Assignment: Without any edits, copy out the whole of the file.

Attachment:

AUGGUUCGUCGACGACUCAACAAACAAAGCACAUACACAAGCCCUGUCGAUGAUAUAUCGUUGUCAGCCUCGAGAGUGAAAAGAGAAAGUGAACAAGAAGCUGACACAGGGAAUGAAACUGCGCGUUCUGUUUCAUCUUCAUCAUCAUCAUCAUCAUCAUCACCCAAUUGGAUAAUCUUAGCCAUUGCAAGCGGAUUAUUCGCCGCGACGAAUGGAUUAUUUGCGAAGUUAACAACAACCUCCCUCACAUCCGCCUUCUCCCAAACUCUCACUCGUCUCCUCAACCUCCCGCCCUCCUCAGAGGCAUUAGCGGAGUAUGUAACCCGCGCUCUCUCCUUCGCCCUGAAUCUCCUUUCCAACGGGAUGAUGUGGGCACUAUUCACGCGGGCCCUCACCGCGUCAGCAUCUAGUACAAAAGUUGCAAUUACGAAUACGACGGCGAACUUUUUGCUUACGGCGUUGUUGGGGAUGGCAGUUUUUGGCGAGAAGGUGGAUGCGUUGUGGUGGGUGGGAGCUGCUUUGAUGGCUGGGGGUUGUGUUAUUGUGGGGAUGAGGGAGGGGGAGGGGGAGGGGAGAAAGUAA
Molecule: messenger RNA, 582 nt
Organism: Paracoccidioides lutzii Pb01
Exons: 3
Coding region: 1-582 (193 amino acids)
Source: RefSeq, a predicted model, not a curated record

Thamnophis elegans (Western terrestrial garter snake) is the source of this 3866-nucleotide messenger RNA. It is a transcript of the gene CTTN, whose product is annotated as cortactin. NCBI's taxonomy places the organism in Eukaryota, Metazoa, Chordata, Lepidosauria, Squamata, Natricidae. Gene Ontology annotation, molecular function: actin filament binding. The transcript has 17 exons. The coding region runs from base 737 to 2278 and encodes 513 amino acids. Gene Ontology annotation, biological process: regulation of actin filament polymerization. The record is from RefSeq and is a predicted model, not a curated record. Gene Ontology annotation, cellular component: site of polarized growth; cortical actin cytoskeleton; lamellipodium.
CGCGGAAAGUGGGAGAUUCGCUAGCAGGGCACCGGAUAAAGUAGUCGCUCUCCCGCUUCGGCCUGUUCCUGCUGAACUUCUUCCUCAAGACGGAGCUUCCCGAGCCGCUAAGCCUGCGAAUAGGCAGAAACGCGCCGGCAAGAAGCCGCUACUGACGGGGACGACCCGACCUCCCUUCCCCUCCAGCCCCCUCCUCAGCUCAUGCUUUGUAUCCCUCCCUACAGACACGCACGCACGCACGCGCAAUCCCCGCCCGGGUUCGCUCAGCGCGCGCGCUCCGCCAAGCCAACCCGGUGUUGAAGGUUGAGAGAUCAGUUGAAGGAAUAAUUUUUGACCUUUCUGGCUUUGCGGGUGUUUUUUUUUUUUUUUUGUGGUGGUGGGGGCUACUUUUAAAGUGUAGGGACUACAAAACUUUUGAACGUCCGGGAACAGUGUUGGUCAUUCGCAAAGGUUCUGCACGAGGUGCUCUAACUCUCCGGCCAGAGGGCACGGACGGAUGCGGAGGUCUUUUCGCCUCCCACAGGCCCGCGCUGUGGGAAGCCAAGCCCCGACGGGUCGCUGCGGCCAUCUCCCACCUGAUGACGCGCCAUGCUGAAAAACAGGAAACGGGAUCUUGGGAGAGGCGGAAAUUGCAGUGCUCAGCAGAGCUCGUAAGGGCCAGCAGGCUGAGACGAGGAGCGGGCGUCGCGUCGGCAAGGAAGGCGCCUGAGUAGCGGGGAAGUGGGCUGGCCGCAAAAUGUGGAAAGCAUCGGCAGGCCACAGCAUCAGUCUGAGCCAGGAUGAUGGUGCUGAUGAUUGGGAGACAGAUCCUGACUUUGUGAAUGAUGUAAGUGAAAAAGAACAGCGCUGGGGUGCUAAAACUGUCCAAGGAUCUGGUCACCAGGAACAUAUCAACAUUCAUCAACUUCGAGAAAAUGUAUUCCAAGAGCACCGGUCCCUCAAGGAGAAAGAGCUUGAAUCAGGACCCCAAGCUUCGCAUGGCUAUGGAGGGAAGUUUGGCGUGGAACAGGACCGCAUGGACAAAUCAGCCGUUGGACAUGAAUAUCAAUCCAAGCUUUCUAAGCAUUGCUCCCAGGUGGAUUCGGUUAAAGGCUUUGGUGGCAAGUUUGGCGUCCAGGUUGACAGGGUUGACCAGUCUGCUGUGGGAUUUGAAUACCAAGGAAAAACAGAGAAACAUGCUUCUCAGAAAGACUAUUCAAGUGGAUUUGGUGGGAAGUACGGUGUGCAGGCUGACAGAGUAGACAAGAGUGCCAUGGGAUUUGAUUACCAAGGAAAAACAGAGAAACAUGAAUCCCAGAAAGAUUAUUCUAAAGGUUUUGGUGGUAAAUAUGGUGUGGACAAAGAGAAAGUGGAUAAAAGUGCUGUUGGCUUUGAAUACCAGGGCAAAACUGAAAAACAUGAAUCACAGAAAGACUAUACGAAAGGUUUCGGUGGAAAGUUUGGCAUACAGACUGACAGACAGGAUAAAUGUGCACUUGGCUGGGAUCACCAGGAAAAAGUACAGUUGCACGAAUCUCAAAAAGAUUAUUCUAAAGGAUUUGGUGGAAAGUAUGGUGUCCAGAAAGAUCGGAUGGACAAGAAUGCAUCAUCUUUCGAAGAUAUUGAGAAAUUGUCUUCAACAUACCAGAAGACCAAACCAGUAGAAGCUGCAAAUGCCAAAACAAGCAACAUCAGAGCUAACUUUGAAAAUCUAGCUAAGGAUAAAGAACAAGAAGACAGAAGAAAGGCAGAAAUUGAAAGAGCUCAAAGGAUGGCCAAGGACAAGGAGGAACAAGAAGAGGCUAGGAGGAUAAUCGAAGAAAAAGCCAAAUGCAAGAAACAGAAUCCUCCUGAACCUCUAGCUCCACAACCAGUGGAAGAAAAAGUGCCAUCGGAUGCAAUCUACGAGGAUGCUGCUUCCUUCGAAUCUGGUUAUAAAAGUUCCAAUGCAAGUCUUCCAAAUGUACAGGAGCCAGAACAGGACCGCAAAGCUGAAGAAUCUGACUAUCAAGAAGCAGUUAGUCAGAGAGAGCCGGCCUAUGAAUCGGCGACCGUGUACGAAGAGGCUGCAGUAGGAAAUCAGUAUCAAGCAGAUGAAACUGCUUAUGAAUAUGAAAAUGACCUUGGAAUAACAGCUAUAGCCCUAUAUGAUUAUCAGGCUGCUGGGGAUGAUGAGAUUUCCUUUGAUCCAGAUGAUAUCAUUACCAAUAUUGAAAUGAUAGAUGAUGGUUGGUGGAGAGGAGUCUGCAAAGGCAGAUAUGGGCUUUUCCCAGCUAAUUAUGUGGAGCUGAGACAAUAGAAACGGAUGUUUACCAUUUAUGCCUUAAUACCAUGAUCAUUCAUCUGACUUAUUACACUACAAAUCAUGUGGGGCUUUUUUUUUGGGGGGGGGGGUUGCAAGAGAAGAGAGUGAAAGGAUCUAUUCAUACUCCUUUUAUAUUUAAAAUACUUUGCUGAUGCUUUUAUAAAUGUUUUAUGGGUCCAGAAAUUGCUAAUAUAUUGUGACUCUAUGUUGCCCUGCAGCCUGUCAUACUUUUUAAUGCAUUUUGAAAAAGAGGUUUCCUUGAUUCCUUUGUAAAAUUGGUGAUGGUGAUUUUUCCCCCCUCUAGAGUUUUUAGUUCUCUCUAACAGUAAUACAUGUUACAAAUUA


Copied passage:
AUGGUUCGUCGACGACUCAACAAACAAAGCACAUACACAAGCCCUGUCGAUGAUAUAUCGUUGUCAGCCUCGAGAGUGAAAAGAGAAAGUGAACAAGAAGCUGACACAGGGAAUGAAACUGCGCGUUCUGUUUCAUCUUCAUCAUCAUCAUCAUCAUCAUCACCCAAUUGGAUAAUCUUAGCCAUUGCAAGCGGAUUAUUCGCCGCGACGAAUGGAUUAUUUGCGAAGUUAACAACAACCUCCCUCACAUCCGCCUUCUCCCAAACUCUCACUCGUCUCCUCAACCUCCCGCCCUCCUCAGAGGCAUUAGCGGAGUAUGUAACCCGCGCUCUCUCCUUCGCCCUGAAUCUCCUUUCCAACGGGAUGAUGUGGGCACUAUUCACGCGGGCCCUCACCGCGUCAGCAUCUAGUACAAAAGUUGCAAUUACGAAUACGACGGCGAACUUUUUGCUUACGGCGUUGUUGGGGAUGGCAGUUUUUGGCGAGAAGGUGGAUGCGUUGUGGUGGGUGGGAGCUGCUUUGAUGGCUGGGGGUUGUGUUAUUGUGGGGAUGAGGGAGGGGGAGGGGGAGGGGAGAAAGUAA
Molecule: messenger RNA, 582 nt
Organism: Paracoccidioides lutzii Pb01
Exons: 3
Coding region: 1-582 (193 amino acids)
Source: RefSeq, a predicted model, not a curated record

Thamnophis elegans (Western terrestrial garter snake) is the source of this 3866-nucleotide messenger RNA. It is a transcript of the gene CTTN, whose product is annotated as cortactin. NCBI's taxonomy places the organism in Eukaryota, Metazoa, Chordata, Lepidosauria, Squamata, Natricidae. Gene Ontology annotation, molecular function: actin filament binding. The transcript has 17 exons. The coding region runs from base 737 to 2278 and encodes 513 amino acids. Gene Ontology annotation, biological process: regulation of actin filament polymerization. The record is from RefSeq and is a predicted model, not a curated record. Gene Ontology annotation, cellular component: site of polarized growth; cortical actin cytoskeleton; lamellipodium.
CGCGGAAAGUGGGAGAUUCGCUAGCAGGGCACCGGAUAAAGUAGUCGCUCUCCCGCUUCGGCCUGUUCCUGCUGAACUUCUUCCUCAAGACGGAGCUUCCCGAGCCGCUAAGCCUGCGAAUAGGCAGAAACGCGCCGGCAAGAAGCCGCUACUGACGGGGACGACCCGACCUCCCUUCCCCUCCAGCCCCCUCCUCAGCUCAUGCUUUGUAUCCCUCCCUACAGACACGCACGCACGCACGCGCAAUCCCCGCCCGGGUUCGCUCAGCGCGCGCGCUCCGCCAAGCCAACCCGGUGUUGAAGGUUGAGAGAUCAGUUGAAGGAAUAAUUUUUGACCUUUCUGGCUUUGCGGGUGUUUUUUUUUUUUUUUUGUGGUGGUGGGGGCUACUUUUAAAGUGUAGGGACUACAAAACUUUUGAACGUCCGGGAACAGUGUUGGUCAUUCGCAAAGGUUCUGCACGAGGUGCUCUAACUCUCCGGCCAGAGGGCACGGACGGAUGCGGAGGUCUUUUCGCCUCCCACAGGCCCGCGCUGUGGGAAGCCAAGCCCCGACGGGUCGCUGCGGCCAUCUCCCACCUGAUGACGCGCCAUGCUGAAAAACAGGAAACGGGAUCUUGGGAGAGGCGGAAAUUGCAGUGCUCAGCAGAGCUCGUAAGGGCCAGCAGGCUGAGACGAGGAGCGGGCGUCGCGUCGGCAAGGAAGGCGCCUGAGUAGCGGGGAAGUGGGCUGGCCGCAAAAUGUGGAAAGCAUCGGCAGGCCACAGCAUCAGUCUGAGCCAGGAUGAUGGUGCUGAUGAUUGGGAGACAGAUCCUGACUUUGUGAAUGAUGUAAGUGAAAAAGAACAGCGCUGGGGUGCUAAAACUGUCCAAGGAUCUGGUCACCAGGAACAUAUCAACAUUCAUCAACUUCGAGAAAAUGUAUUCCAAGAGCACCGGUCCCUCAAGGAGAAAGAGCUUGAAUCAGGACCCCAAGCUUCGCAUGGCUAUGGAGGGAAGUUUGGCGUGGAACAGGACCGCAUGGACAAAUCAGCCGUUGGACAUGAAUAUCAAUCCAAGCUUUCUAAGCAUUGCUCCCAGGUGGAUUCGGUUAAAGGCUUUGGUGGCAAGUUUGGCGUCCAGGUUGACAGGGUUGACCAGUCUGCUGUGGGAUUUGAAUACCAAGGAAAAACAGAGAAACAUGCUUCUCAGAAAGACUAUUCAAGUGGAUUUGGUGGGAAGUACGGUGUGCAGGCUGACAGAGUAGACAAGAGUGCCAUGGGAUUUGAUUACCAAGGAAAAACAGAGAAACAUGAAUCCCAGAAAGAUUAUUCUAAAGGUUUUGGUGGUAAAUAUGGUGUGGACAAAGAGAAAGUGGAUAAAAGUGCUGUUGGCUUUGAAUACCAGGGCAAAACUGAAAAACAUGAAUCACAGAAAGACUAUACGAAAGGUUUCGGUGGAAAGUUUGGCAUACAGACUGACAGACAGGAUAAAUGUGCACUUGGCUGGGAUCACCAGGAAAAAGUACAGUUGCACGAAUCUCAAAAAGAUUAUUCUAAAGGAUUUGGUGGAAAGUAUGGUGUCCAGAAAGAUCGGAUGGACAAGAAUGCAUCAUCUUUCGAAGAUAUUGAGAAAUUGUCUUCAACAUACCAGAAGACCAAACCAGUAGAAGCUGCAAAUGCCAAAACAAGCAACAUCAGAGCUAACUUUGAAAAUCUAGCUAAGGAUAAAGAACAAGAAGACAGAAGAAAGGCAGAAAUUGAAAGAGCUCAAAGGAUGGCCAAGGACAAGGAGGAACAAGAAGAGGCUAGGAGGAUAAUCGAAGAAAAAGCCAAAUGCAAGAAACAGAAUCCUCCUGAACCUCUAGCUCCACAACCAGUGGAAGAAAAAGUGCCAUCGGAUGCAAUCUACGAGGAUGCUGCUUCCUUCGAAUCUGGUUAUAAAAGUUCCAAUGCAAGUCUUCCAAAUGUACAGGAGCCAGAACAGGACCGCAAAGCUGAAGAAUCUGACUAUCAAGAAGCAGUUAGUCAGAGAGAGCCGGCCUAUGAAUCGGCGACCGUGUACGAAGAGGCUGCAGUAGGAAAUCAGUAUCAAGCAGAUGAAACUGCUUAUGAAUAUGAAAAUGACCUUGGAAUAACAGCUAUAGCCCUAUAUGAUUAUCAGGCUGCUGGGGAUGAUGAGAUUUCCUUUGAUCCAGAUGAUAUCAUUACCAAUAUUGAAAUGAUAGAUGAUGGUUGGUGGAGAGGAGUCUGCAAAGGCAGAUAUGGGCUUUUCCCAGCUAAUUAUGUGGAGCUGAGACAAUAGAAACGGAUGUUUACCAUUUAUGCCUUAAUACCAUGAUCAUUCAUCUGACUUAUUACACUACAAAUCAUGUGGGGCUUUUUUUUUGGGGGGGGGGGUUGCAAGAGAAGAGAGUGAAAGGAUCUAUUCAUACUCCUUUUAUAUUUAAAAUACUUUGCUGAUGCUUUUAUAAAUGUUUUAUGGGUCCAGAAAUUGCUAAUAUAUUGUGACUCUAUGUUGCCCUGCAGCCUGUCAUACUUUUUAAUGCAUUUUGAAAAAGAGGUUUCCUUGAUUCCUUUGUAAAAUUGGUGAUGGUGAUUUUUCCCCCCUCUAGAGUUUUUAGUUCUCUCUAACAGUAAUACAUGUUACAAAUUA